Pustular psoriasis is associated with specific triggers that can give rise to acute episodes known as flares. In many cases, a person with plaque psoriasis will suddenly develop pustular psoriasis when confronted by these triggers.

Among the characteristic triggers:

  • Drug reactions are the most common cause, involving a wide range of common and common medications.
  • Abrupt discontinuation of prednisone can trigger a severe rebound of psoriasis symptom unless the prednisone dose is gradually tapered.
  • Strong topical medications have also been cited as causes, including psoriasis remedies like crude coal tar, anthralin, steroids under occlusion, and zinc pyrithione in shampoo.
  • Staphylococcal and streptococcal skin infections are also known to trigger pustular psoriasis.
  • Phototherapy use to treat psoriasis can on rare occasion trigger a severe flare. In addition to phototherapy, excessive sun exposure can act as a trigger.
  • Pregnancy has been known to incite a pustular outbreak, most often during the third trimester. This can lead to miscarriage or stillbirth.

Stress can also trigger recurrent flares or exacerbate an existing episode. Other episodes are idiopathic, meaning they are of no known origin.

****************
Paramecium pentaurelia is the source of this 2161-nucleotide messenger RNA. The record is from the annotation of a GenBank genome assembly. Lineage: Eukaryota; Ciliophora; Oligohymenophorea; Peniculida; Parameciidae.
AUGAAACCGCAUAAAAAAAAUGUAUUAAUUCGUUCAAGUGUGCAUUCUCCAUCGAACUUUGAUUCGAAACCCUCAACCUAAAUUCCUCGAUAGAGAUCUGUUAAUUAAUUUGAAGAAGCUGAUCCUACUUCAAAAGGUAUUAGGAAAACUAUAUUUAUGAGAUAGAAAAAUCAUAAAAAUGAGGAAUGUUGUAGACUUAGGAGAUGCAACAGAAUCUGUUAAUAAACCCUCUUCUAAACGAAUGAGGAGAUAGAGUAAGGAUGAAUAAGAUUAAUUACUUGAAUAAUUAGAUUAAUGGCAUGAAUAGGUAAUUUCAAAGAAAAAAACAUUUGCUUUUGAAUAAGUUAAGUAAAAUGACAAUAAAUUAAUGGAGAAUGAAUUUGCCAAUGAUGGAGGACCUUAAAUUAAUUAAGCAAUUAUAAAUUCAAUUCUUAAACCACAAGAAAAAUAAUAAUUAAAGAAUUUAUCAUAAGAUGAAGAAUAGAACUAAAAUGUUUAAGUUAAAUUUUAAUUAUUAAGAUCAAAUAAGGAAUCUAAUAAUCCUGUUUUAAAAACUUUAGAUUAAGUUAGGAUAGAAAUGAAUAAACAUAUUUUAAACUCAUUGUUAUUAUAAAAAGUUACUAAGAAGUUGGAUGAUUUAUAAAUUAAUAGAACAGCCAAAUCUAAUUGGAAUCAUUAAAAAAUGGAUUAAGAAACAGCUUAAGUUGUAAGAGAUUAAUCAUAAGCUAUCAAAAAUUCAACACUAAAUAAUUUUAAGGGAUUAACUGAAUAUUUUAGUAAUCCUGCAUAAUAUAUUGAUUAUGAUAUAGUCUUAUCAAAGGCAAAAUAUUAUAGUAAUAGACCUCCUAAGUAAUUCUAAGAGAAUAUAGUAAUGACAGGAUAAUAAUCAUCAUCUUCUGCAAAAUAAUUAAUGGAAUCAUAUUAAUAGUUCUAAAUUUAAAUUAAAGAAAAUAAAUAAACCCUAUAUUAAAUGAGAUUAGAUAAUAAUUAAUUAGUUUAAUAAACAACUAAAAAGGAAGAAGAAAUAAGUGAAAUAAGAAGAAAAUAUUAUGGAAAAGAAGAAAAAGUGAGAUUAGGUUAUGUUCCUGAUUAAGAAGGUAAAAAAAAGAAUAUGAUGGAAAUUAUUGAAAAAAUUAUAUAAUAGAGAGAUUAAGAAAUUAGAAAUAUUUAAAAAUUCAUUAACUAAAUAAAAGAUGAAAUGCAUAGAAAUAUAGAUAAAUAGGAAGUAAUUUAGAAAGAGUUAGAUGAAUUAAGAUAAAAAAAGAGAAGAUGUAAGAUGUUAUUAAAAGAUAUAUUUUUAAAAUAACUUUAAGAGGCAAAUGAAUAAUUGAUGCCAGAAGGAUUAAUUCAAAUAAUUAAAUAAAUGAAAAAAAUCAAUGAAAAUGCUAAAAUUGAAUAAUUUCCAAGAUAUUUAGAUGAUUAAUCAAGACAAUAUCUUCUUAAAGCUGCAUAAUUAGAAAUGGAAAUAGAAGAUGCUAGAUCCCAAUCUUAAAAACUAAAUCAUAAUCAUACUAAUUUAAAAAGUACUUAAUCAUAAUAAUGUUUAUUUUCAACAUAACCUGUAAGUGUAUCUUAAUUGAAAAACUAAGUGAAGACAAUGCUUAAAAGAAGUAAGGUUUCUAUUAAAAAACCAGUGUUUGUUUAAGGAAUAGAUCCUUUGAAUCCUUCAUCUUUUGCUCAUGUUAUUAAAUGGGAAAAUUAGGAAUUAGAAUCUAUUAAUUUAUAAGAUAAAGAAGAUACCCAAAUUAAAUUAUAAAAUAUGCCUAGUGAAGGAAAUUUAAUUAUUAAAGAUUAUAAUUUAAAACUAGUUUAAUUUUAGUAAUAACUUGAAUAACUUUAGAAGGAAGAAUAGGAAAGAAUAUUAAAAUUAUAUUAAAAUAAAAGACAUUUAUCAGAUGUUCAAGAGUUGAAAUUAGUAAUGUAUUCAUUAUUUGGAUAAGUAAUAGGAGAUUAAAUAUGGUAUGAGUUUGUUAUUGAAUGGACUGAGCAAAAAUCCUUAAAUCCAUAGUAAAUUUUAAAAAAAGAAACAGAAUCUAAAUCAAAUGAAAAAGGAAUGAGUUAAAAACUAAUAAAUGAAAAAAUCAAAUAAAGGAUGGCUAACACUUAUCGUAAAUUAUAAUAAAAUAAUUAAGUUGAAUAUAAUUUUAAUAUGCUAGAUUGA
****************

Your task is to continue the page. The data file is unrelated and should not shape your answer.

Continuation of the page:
Diagnosis

The diagnosis of pustular psoriasis will start with a physical exam and a review of your medical history. Because pustular psoriasis often occurs in people with a history of plaque psoriasis, these evaluations may be all that is needed to render a diagnosis.

In the end, there are no lab or imaging tests that can definitively diagnose psoriasis of any type. The diagnosis would be based largely on symptoms, individual risk factors, a review of potential triggers, and clinician experience.

With that being said, your doctor will make every effort to ascertain whether there are other explanations for the symptoms. This is referred to as the differential diagnosis.

One of the ways to do this is to send a pus sample to a pathologist for evaluation. Since pustular psoriasis is not caused by an infection, there should be no evidence of a bacteria, virus, or fungus unless the infection was secondary (meaning one that occurred as the result of the skin rupture).

Among some of the diseases included in the differential diagnoses are:

Treatment

The treatment of pustular psoriasis also varies by disease type. Both PPP and ACH are usually treated at home, while Von Zumbusch psoriasis almost invariably requires hospitalization.

Palmoplantar Pustular Psoriasis

Mild cases may only require topical treatments, such as hydrocortisone, coal tar, or salicylic acid creams or lotions. These may be applied in occlusion, meaning the skin is covered (say, with a sock or glove) so that the medication can be more readily absorbed.

Moderate to severe cases may require oral medications like Soriatane (acitretin), a retinoid drug which tempers the hyperproduction of skin cells, and disease-modifying antirheumatic drugs (DMARDs) like methotrexate or cyclosporine which temper the overall immune response.